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'TRANSITIONAL' ACHROMATIC MICROSCOPE:

c. 1840

Signed on the foot: Cary London

Serial Number:None

DESCRIPTION HISTORY

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DESCRIPTION

Cary Achromatic Microscope details Cary Achromatic Microscope drawer This is an extremely rare if not unique example of an early transitional microscope by Cary of London. It is relatively small measuring about 11 inches high from the table to the eyepiece in the position shown in the first photograph above. The lead-weighted round foot measures about 3 1/4 inches in diameter. The original case has fittings for the microscope with the optical tube removed. There is a single drawer with a cloth pull in the case. This instrument has several features of different microscopes of the early nineteenth century. Furthermore, clearly of an early design, it was adapted to use achromatic objectives of the middle nineteenth century. The optical tube has a shape in common with Jones Most Improved and Cary-Gould type microscopes. Focus is by rack and pinion to the triangular bar supporting the arm and optical tube. The mirror is supported by a single half-yolk which in turn is supported by a ring sliding on the round tailpiece. The foot and support column have features similar to some rare microscopes made by Andrew Ross, particularly the ball joint and its key-shaped tension adjustment. The arm has an "aquatic" motion which includes the rack and pinion forward-backward adjustment and also swivelling motion in the horizontal plane. The two stage clips have long pins fitting into the stage and at the bottom end of each pin is a knob preventing the stage clips from being pulled out completely. The outfit includes: Cary Achromatic Objectives
  1. The Microscope, made of lacquered brass.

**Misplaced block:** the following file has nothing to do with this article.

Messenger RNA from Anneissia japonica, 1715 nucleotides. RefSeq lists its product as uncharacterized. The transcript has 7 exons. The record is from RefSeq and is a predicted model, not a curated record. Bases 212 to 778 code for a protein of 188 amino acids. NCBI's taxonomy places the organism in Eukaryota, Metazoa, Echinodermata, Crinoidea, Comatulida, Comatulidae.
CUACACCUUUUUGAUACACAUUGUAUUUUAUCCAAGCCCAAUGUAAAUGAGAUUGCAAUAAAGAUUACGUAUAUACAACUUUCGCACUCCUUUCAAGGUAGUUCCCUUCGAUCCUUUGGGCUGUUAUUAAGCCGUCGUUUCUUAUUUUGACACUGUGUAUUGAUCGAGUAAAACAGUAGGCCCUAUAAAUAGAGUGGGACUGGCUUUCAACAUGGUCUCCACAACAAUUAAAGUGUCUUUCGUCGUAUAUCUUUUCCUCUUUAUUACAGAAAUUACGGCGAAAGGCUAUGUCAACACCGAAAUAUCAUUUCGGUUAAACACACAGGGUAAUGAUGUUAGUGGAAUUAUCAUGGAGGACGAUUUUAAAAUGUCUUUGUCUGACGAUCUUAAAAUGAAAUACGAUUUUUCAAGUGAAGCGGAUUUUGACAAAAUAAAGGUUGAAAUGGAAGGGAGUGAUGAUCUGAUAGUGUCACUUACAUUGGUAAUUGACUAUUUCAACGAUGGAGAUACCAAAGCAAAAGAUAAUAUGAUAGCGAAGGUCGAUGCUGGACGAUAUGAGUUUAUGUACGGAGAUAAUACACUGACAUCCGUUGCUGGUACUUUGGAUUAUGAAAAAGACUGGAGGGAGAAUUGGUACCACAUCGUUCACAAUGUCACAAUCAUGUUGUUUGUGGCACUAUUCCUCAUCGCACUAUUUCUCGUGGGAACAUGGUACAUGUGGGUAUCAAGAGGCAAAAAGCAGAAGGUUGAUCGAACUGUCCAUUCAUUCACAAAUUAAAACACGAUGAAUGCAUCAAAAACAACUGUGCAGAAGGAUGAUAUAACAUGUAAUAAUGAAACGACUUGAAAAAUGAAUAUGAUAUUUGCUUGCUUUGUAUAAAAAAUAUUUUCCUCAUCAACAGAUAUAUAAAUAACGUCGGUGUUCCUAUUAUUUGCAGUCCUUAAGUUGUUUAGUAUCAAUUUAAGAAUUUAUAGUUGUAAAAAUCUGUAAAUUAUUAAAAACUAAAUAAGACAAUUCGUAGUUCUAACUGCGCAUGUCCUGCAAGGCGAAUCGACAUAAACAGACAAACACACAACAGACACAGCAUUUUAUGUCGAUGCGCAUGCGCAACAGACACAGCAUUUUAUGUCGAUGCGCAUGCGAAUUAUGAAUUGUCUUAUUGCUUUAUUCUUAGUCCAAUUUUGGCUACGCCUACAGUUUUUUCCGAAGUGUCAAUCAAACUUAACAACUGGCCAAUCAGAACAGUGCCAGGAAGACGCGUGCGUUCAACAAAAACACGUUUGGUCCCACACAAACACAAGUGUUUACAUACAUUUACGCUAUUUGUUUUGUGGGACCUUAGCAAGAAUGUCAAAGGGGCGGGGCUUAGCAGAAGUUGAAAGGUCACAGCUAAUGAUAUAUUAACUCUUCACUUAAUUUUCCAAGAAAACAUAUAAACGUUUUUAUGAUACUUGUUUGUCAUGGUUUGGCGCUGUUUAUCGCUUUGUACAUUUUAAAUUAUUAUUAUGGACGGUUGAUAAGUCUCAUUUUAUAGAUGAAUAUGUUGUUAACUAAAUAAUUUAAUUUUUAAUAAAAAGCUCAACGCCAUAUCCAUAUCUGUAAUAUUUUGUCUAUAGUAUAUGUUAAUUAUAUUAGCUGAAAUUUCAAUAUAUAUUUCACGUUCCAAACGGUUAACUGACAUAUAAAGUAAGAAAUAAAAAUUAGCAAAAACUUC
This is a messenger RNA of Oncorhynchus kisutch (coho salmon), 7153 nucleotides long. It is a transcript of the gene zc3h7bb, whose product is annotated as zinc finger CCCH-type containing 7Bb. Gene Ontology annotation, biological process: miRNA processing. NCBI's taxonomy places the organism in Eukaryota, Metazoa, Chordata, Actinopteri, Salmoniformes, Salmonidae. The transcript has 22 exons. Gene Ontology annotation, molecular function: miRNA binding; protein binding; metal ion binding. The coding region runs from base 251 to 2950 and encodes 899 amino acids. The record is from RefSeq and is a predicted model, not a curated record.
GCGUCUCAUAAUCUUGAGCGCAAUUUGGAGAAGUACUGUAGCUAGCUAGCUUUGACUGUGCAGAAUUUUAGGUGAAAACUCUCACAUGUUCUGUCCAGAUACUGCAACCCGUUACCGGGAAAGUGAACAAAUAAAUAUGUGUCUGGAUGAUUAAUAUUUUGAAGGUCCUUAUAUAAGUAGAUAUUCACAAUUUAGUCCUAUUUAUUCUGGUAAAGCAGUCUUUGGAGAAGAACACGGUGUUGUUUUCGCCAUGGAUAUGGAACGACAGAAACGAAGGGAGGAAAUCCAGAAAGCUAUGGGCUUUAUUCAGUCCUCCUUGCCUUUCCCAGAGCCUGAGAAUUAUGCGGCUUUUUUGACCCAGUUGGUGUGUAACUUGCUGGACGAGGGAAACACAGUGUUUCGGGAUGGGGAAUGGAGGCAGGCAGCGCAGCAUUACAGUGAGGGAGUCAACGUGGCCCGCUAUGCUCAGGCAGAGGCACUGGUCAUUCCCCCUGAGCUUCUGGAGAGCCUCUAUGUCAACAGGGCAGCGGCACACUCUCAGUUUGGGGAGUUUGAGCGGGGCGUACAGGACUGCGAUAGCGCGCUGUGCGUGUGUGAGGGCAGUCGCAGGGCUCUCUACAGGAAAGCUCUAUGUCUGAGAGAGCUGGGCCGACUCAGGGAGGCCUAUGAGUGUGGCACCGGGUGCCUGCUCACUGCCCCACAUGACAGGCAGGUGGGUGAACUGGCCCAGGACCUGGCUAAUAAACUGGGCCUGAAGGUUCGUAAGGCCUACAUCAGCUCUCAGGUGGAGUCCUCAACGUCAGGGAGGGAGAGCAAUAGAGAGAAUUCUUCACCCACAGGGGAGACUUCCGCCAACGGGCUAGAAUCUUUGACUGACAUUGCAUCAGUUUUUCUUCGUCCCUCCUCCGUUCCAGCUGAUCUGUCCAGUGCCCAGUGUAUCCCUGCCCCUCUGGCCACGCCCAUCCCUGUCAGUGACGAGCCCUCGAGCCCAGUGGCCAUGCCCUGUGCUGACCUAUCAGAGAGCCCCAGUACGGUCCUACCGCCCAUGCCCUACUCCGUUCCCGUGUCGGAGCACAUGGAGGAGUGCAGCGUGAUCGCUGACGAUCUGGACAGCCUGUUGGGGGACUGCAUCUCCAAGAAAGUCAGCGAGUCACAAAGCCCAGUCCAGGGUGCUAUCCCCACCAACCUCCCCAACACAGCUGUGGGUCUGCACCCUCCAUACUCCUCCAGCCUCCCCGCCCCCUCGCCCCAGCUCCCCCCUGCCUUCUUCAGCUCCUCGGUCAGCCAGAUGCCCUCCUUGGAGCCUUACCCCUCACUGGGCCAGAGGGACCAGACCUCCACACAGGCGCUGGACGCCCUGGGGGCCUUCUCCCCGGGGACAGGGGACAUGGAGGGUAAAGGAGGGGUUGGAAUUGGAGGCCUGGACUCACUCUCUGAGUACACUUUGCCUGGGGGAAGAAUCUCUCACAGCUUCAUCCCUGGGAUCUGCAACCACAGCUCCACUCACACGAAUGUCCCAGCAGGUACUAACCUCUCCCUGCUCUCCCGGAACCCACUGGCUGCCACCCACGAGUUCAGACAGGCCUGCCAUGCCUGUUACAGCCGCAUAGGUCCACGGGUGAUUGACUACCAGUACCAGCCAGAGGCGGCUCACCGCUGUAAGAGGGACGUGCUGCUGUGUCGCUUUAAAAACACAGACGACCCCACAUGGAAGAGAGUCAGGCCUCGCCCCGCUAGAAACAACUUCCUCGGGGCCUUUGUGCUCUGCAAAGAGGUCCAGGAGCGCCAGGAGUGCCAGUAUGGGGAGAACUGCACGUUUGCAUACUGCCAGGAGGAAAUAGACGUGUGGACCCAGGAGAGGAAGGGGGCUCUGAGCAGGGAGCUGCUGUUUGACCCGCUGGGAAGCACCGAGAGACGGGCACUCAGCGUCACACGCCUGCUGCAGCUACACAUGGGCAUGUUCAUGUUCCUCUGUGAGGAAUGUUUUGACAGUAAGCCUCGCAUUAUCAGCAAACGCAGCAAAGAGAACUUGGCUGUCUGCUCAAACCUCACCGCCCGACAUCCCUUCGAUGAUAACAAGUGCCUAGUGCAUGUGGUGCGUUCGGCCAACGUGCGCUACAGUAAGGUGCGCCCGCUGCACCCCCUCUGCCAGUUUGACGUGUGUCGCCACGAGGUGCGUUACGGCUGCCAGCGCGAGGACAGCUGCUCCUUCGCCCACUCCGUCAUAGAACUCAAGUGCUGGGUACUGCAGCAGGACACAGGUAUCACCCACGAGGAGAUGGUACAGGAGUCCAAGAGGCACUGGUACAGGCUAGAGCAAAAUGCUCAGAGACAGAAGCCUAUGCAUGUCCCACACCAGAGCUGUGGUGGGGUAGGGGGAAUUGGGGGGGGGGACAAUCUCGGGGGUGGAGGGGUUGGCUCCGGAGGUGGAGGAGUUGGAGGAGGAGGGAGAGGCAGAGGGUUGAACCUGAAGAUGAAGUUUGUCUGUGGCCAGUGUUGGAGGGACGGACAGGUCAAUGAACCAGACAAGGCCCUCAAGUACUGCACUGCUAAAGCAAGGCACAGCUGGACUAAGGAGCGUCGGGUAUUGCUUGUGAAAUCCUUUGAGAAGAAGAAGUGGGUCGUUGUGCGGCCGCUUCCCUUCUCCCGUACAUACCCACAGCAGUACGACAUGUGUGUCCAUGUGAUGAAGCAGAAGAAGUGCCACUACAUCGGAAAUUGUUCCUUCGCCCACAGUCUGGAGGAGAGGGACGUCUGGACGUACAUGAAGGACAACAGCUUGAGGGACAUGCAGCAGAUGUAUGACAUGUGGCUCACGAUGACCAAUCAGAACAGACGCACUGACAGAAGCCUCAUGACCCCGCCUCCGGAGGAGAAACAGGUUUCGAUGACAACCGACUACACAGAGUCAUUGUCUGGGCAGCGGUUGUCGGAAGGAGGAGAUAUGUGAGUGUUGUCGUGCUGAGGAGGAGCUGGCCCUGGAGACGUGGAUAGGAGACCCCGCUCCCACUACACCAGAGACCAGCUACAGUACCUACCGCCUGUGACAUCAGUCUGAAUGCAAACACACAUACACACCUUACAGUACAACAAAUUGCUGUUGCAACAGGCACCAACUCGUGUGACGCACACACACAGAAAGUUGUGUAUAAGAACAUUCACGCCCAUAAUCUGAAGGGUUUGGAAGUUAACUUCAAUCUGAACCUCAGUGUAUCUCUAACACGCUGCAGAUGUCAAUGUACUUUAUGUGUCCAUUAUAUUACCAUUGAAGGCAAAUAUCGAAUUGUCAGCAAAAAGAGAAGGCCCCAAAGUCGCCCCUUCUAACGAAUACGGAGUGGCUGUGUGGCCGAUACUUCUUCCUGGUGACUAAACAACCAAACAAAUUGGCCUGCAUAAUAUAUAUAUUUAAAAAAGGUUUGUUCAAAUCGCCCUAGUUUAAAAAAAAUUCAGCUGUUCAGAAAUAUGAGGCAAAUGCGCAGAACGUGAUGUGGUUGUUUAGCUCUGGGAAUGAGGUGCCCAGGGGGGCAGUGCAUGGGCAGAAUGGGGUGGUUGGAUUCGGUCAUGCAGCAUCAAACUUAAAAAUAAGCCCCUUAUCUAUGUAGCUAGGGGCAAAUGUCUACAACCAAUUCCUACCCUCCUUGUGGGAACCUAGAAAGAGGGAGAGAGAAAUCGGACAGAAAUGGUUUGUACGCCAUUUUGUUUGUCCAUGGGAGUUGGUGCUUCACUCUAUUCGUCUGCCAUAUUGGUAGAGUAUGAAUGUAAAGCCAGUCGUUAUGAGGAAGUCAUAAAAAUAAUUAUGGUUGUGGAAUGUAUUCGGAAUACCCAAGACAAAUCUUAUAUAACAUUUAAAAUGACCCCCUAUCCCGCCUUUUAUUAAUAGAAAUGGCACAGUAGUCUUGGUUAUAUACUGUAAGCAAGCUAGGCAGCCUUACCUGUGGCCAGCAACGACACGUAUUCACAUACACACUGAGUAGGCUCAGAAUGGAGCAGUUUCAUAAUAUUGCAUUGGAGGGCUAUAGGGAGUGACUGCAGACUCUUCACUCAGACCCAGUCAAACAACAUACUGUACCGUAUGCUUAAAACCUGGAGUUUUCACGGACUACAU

2. One eyepiece
  3. A condenser which can be used under or over the stage.
  4. A nosepiece extension, into which the objectives screw.
  5. Two Achromatic Objectives which screw on
  6. Two Lieberkuhn reflectors which slide onto the objectives
  7. Two sets of slides in cases similar to those also sold by Andrew Pritchard, including one set of "test" objects, another set of "transparent" specimens.
  8. Dissecting instruments include a small brass tweezer and a small ivory-handled dissecting needle
  9. A glass insert for the stage
  10. A black and white ivory disc for the stage
  11. The original case

slides accompanying Cary Achromatic Microscope The slides are contained in two dark-maroon colored tooled leather cases, typical of those also sold by, and signed by Pritchard, though these two cases are unsigned. The transparent subjects include 'sponge,' 'cane,' 'Feather Goldfinch,' 'dissected leaf,' 'Wing case cymex,' 'Moss,' 'Peach Fly,' 'Oak circuleo wing case,' 'Leaf of a Flower,' and 'Tongue of a Bee.'

The 'Test subjects' include 'Scales brasica, curious, Test' and 'Hair of Dermestes.' There are three specimens which now lack a label. One of these three is different than the others in that it consists of two slides cemented together by red wax, but it has lost almost all of its blue paper cover. The test objects have small square cover slips which can be seen as raised diamond-shapes under the blue papers. The test objects are some of those suggested by Charles Gould in his books. A review of Gould's books can be seen on this website here. The other specimens are sandwiched between two slides. For further images and details of these slides see the Cary-Gould slide page here.


HISTORY OF THE CARY ACHROMATIC MICROSCOPE

Cary is a famous maker of all kinds of scientific apparatus including globes, telescopes, and microscopes. The Cary-Gould Microscope was a very famous non-achromatic example very popular especially in the second quarter of the 19th century; several examples of the Cary-Gould type are present in this collection. This transitional model is however very rare and possibly unique. The author has also seen Jones Most Improved Type microscopes adapted for achromatic objectives. The combination of multiple features from different microscopes of the late 18th and early to mid 19th centuries is quite interesting.